For Swoopes, such a day highlights the degree of versatility coaching demands.
"Coaching is about 20 percent of the job. With all these young ladies, it's being a mentor, a teacher, a friend, being a mom to some of them," Swoopes said.
Her players have definitely got the message that Swoopes is much more than their coach.
"She's genuine, she's real. She cares about her players and it shows," Law said.
While Loyola players seek guidance from Swoopes, she turns to several of her own contemporaries as coaching role models. Coquese Washington, a former teammate of Swoopes at Houston, has gradually built Penn State to a renewed perennial contender after the turbulent resignation of Rene Portland. Cynthia Cooper, also a Comets' teammate of Swoopes and now a Women's Basketball Hall-of-Famer, developed a pedigree for transforming programs that had previously enjoyed little success and now holds the head coaching job at Southern California (USC). Swoopes' Olympic teammate, Dawn Staley, has coached college hoops since 2000 and has qualified for the NCAA tournament eight times with Temple and now with No. 10 South Carolina.
To Swoopes, each of these players-turned-coaching-successes represents her generation of player-coach; she shares with them a common bond in their passion for making an impact beyond scoring baskets.
"What they've done for their respective programs are things that I want to be able to do here at Loyola. They give me a lot of encouragement and inspiration that it is possible," she said.
But perhaps surprisingly, Swoopes looks to an earlier generation for her ultimate coaching role model. Most fans would likely believe that Swoopes' No. 1 choice from that previous era would be either Sharp or Van Chancellor, another Hall-of-Famer, who was the Comets' head coach during their dynasty years.
To be sure, Swoopes can and does draw upon the examples set by those two as her new career unfolds, but her idol in this realm is Tara VanDerveer. VanDerveer, the Stanford coach who recently won her 900th career game, took the helm of the coveted 1996 Olympic team, a roster Swoopes was a part of and under whose tutelage Swoopes spent a year of training in preparation for the Atlanta Games.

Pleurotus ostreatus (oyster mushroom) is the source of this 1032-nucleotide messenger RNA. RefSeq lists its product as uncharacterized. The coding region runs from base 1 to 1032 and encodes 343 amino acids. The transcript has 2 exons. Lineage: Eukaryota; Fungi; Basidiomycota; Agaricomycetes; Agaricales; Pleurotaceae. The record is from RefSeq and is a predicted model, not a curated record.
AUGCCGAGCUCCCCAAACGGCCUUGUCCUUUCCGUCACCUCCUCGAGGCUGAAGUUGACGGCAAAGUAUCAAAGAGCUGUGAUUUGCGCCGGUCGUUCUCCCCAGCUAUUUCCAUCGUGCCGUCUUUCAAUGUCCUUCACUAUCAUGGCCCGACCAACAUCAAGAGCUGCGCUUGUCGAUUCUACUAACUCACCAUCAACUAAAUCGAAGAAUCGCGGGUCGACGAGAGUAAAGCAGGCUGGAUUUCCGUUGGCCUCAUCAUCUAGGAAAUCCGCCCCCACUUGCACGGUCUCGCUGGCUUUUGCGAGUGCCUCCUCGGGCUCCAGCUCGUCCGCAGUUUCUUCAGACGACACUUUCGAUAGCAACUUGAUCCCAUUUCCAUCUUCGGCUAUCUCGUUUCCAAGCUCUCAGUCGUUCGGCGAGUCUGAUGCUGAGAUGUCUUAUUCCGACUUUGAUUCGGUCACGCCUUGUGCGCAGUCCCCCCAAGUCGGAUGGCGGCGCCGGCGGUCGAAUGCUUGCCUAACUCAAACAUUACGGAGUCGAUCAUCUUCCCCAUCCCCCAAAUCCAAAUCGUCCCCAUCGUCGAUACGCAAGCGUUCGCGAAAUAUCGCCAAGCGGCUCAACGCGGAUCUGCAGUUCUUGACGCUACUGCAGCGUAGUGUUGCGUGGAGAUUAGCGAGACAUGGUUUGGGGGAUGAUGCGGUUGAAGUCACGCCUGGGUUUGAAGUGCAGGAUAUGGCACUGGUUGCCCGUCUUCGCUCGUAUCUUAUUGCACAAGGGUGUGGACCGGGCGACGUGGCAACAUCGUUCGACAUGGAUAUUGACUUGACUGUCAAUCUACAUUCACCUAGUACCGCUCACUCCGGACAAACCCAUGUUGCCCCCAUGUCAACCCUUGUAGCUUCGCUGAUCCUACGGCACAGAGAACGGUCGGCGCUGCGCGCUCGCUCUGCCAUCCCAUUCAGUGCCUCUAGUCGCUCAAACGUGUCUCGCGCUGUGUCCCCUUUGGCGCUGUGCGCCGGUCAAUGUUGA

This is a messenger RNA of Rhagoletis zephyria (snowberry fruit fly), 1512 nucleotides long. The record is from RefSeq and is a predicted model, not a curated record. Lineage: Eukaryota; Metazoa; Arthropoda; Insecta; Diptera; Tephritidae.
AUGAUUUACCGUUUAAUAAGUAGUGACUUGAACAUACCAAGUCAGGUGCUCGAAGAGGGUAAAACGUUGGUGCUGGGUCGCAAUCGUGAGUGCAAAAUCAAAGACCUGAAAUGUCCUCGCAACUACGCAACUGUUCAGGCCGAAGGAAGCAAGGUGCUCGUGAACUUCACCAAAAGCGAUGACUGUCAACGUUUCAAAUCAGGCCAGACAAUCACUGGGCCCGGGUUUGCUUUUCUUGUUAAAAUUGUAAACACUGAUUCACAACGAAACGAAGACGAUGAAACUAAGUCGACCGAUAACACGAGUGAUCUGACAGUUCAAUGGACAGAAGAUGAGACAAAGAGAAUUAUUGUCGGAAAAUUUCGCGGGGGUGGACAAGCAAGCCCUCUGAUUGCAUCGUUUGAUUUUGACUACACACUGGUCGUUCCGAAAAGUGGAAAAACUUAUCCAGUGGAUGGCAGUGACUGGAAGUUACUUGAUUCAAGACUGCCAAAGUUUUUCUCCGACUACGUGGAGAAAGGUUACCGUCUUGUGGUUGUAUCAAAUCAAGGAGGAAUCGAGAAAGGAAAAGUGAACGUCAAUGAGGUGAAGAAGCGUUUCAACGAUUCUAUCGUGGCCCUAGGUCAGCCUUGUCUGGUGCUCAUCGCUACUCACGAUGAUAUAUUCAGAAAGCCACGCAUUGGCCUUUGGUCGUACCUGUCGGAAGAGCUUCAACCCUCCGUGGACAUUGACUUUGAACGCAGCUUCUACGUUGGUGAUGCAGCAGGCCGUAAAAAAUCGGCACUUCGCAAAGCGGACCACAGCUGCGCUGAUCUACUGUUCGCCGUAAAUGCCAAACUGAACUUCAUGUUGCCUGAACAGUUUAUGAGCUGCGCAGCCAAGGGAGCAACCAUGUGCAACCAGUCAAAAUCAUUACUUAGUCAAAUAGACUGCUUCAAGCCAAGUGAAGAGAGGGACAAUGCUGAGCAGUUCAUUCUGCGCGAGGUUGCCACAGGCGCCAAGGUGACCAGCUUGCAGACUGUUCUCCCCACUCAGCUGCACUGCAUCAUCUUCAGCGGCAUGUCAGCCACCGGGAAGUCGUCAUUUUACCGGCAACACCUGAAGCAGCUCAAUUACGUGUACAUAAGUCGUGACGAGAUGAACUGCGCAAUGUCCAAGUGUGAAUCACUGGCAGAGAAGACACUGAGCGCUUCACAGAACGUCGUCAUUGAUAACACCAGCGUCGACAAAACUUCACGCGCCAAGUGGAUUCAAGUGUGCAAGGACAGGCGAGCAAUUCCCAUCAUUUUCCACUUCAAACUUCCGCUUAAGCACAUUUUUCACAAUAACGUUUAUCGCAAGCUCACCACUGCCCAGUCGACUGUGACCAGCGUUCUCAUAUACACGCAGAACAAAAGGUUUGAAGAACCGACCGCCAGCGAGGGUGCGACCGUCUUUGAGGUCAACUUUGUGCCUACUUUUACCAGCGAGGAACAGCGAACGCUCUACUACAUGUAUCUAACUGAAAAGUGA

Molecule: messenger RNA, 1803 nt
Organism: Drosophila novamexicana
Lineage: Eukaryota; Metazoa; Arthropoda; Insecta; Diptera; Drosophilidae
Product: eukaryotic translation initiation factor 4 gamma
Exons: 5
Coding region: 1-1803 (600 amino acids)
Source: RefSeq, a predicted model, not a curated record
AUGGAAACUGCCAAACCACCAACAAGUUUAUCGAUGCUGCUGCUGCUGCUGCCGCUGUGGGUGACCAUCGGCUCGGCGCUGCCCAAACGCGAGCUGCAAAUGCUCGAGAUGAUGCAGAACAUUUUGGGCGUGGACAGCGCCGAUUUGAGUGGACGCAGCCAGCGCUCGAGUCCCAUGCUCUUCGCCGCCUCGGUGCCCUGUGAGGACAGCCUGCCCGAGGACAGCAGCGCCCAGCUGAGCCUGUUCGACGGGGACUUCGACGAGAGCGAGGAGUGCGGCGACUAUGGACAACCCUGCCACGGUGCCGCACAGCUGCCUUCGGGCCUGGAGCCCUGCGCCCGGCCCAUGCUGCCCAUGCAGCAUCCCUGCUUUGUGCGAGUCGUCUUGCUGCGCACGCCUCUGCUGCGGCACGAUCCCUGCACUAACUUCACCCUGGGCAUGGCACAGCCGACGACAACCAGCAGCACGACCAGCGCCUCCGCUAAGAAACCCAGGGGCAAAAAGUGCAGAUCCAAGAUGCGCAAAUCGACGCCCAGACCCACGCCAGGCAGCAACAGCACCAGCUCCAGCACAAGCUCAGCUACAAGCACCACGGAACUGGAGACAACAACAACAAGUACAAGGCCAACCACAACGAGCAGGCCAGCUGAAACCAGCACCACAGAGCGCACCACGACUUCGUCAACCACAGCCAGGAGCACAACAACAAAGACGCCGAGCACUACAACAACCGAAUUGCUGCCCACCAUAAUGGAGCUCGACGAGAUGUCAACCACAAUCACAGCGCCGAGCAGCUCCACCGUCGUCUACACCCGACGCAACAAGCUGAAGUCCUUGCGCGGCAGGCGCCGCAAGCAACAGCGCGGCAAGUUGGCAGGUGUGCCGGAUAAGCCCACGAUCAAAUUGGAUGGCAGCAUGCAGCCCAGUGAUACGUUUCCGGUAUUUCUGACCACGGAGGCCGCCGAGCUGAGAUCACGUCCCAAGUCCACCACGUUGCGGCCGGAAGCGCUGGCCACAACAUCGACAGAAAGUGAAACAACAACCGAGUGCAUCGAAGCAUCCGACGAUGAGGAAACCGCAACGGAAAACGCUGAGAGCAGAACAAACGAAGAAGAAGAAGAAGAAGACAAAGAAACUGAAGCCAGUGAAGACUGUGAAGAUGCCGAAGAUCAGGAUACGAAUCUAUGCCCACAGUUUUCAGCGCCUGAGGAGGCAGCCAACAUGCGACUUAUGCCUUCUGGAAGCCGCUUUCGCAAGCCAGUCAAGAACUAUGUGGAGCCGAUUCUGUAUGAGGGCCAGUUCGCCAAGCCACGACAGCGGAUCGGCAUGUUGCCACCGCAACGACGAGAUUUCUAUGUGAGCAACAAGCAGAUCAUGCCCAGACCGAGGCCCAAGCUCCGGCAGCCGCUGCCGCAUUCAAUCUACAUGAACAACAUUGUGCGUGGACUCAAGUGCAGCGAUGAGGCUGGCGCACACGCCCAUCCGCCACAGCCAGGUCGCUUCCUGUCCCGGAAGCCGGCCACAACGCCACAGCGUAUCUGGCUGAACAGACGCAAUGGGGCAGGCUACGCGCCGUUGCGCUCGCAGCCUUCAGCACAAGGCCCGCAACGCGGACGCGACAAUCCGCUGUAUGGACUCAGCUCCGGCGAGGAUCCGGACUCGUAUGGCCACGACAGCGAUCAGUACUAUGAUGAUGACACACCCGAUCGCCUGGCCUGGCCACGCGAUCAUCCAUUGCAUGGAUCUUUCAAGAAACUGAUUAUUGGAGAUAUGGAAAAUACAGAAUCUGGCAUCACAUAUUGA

"She's that coach that really helped me become the player that I am. I thought I was good, but she always told me I wasn't good enough, that I could always be better," Swoopes said.
Communicating those ideas will be key to lifting the abilities and optimism at Loyola, and the Ramblers are already showing signs of both despite Loyola's 3-8 start.
Swoopes is pleased to see a willingness to embrace change at the private Jesuit university, even when that change means a return to seemingly routine drills in basketball fundamentals.
"When I came in, I probably assumed that they would know a jab-fake, head-fake, how to box out correctly. There are some players that don't, so I had to take a couple steps back. If I want it done correctly, we got to teach it correctly," she said.
Especially when those tactics are enveloped by a broader plan to channel the style that made Swoopes famous.
"Speed, quickness, transition. She wants to get up and go," Law said.
Swoopes sees the gradual rise in skill and athleticism as the means to employing a faster tempo. These days, virtually every team attempts to establish a man-to-man defense, a stark contrast from the zone formations she encountered in her Texas Tech days.
|First-year head coach Sheryl Swoopes gives instructions to Loyola guard Ayrealle Beavers. Beavers, who has followed Swoopes' storied playing career since childhood, says the new coach is helping her believe in her own skills and abilities. (Photo by Steve Woltmann/Courtesy Loyola Athletics Media Relations)|
Beavers is one of those buying in to this conversion to a faster paced style of play. When Swoopes told Beavers she could pull up if she had a one-step advantage against her defender, Beavers says she accepted that she was capable of executing that move on the court, knowing her coach had such moves in her own repertoire.
Although currently short-handed, Swoopes' short-term goal is to take Loyola to the championship round of the Missouri Valley Conference tournament, a mark the Ramblers achieved last season in the Horizon League. Whether or not that benchmark is reached, however, Swoopes' underlying attitude of patience and perseverance calms the atmosphere.
Swoopes admits it will take time and successful recruiting to transform Loyola into a basketball power team, but a strong work ethic is a tangible she is striving for in the interim.
"Talent does help, but you got to work. I want to be a very good defensive team, and defense is supposed to be hard. You can't be a good defensive team if you're lazy," she said.
The Loyola roster is already seeing a difference, and the values they are imbibing from their new coach informs their own goals when their time in college is up.
"I'd like to imitate the leadership I've seen from her, and take that to whatever working field I choose to go to," Beavers said. "A lot of people have doubts of our team and how far we can make it. It's just amazing to see what she's doing to prove everybody wrong."